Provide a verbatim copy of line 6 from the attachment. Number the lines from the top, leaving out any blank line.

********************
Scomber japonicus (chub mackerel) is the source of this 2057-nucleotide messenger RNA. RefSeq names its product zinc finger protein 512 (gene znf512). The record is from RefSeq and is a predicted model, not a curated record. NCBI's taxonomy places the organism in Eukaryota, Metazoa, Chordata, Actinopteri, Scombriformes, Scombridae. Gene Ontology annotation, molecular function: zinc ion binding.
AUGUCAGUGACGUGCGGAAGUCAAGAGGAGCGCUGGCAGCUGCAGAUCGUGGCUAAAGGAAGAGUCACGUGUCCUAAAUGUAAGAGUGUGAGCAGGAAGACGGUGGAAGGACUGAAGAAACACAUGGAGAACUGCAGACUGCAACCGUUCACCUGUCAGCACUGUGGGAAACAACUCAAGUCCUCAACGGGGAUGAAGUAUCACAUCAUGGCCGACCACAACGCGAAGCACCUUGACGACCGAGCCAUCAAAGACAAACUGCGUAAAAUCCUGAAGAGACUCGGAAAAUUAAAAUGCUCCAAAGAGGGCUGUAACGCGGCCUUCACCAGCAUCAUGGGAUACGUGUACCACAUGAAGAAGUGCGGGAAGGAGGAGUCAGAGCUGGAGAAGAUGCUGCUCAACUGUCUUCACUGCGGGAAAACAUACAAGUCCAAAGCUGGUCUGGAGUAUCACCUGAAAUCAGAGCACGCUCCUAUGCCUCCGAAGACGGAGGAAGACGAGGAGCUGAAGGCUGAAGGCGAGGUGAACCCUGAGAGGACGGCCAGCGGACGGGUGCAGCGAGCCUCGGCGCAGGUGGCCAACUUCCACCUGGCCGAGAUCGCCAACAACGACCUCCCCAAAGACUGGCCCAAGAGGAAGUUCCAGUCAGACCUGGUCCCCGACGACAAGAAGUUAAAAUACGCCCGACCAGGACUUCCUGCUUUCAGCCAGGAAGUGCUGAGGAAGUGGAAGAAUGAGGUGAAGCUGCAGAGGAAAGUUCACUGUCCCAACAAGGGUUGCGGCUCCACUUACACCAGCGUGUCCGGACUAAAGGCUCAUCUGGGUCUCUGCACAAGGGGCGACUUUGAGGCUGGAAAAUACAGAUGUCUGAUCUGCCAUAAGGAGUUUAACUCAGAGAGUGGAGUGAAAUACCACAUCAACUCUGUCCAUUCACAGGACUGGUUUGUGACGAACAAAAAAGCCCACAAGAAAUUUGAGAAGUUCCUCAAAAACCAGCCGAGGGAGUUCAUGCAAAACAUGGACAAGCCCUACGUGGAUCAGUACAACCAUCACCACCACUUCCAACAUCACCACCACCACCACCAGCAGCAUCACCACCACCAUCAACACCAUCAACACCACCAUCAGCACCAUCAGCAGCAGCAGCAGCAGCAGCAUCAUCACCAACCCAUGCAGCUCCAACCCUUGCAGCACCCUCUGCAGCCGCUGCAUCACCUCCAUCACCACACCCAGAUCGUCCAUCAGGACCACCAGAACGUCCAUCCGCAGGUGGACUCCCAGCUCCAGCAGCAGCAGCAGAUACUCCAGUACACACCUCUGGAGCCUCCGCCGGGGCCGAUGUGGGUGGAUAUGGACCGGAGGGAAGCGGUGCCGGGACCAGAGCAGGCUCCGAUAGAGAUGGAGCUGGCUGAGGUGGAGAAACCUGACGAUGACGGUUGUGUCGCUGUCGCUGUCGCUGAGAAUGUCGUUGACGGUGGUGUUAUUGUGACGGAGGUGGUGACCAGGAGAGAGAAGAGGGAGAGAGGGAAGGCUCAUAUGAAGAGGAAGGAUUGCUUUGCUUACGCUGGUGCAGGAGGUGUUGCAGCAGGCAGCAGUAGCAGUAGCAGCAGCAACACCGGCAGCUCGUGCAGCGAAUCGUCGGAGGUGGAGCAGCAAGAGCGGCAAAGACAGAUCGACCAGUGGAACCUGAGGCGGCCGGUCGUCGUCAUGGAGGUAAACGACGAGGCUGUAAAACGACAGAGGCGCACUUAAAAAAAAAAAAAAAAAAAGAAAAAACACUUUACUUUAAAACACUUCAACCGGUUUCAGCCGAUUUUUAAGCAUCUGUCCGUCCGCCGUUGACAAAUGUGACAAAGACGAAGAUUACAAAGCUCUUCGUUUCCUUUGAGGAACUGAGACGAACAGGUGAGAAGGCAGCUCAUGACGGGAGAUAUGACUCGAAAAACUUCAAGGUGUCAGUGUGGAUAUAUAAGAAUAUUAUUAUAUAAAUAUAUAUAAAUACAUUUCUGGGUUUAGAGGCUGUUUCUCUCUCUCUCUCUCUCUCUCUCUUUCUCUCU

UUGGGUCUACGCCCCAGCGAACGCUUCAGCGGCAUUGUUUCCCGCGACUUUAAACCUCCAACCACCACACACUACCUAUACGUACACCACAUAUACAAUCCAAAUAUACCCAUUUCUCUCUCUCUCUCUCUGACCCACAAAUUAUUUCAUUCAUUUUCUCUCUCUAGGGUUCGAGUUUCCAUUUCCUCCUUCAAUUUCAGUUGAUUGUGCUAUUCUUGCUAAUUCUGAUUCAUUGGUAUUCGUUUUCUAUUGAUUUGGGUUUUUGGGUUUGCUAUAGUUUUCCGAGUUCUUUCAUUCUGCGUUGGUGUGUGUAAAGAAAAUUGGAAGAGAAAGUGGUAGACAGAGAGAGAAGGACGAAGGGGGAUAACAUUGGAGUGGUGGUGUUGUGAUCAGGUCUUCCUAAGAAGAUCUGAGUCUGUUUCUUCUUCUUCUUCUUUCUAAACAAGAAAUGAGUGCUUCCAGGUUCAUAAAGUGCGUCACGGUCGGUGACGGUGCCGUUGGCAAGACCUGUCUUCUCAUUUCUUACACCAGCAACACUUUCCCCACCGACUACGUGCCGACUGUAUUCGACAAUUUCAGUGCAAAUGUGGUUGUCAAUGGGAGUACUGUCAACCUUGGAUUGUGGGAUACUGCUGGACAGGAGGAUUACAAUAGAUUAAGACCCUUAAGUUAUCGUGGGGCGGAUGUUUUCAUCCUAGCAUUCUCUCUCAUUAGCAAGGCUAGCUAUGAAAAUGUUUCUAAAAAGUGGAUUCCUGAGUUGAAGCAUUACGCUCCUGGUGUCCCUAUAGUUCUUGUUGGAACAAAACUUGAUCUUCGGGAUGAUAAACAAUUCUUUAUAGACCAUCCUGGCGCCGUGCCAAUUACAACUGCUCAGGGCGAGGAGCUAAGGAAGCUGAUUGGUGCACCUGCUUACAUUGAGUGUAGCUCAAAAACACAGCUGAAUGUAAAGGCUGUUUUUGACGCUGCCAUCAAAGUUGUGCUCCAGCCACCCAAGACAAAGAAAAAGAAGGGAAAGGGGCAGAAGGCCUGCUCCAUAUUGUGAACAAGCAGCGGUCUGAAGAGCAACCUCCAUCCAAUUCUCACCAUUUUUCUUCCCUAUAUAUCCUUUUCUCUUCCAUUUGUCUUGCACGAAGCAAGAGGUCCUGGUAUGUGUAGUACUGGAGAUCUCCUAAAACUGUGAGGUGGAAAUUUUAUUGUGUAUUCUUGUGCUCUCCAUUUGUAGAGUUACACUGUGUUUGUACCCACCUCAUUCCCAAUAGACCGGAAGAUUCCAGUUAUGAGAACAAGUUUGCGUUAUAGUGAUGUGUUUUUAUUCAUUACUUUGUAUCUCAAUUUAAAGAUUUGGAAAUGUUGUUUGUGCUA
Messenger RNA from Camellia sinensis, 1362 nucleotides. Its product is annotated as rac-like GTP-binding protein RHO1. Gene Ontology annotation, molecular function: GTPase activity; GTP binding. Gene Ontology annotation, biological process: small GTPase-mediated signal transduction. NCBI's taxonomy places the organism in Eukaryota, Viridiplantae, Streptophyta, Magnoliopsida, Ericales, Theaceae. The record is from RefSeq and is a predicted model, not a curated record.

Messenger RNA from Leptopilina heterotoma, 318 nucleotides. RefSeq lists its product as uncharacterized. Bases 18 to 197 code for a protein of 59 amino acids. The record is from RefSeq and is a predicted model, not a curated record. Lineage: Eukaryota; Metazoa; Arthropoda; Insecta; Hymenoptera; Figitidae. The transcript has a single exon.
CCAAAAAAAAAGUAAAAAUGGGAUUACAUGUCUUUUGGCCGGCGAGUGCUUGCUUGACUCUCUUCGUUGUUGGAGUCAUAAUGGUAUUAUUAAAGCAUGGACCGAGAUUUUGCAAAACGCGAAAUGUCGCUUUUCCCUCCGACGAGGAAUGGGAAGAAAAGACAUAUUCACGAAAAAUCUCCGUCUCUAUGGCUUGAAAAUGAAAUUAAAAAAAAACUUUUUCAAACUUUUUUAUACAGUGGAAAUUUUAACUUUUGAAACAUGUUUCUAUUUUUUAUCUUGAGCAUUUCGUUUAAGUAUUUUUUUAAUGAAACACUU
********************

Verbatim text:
CCAAAAAAAAAGUAAAAAUGGGAUUACAUGUCUUUUGGCCGGCGAGUGCUUGCUUGACUCUCUUCGUUGUUGGAGUCAUAAUGGUAUUAUUAAAGCAUGGACCGAGAUUUUGCAAAACGCGAAAUGUCGCUUUUCCCUCCGACGAGGAAUGGGAAGAAAAGACAUAUUCACGAAAAAUCUCCGUCUCUAUGGCUUGAAAAUGAAAUUAAAAAAAAACUUUUUCAAACUUUUUUAUACAGUGGAAAUUUUAACUUUUGAAACAUGUUUCUAUUUUUUAUCUUGAGCAUUUCGUUUAAGUAUUUUUUUAAUGAAACACUU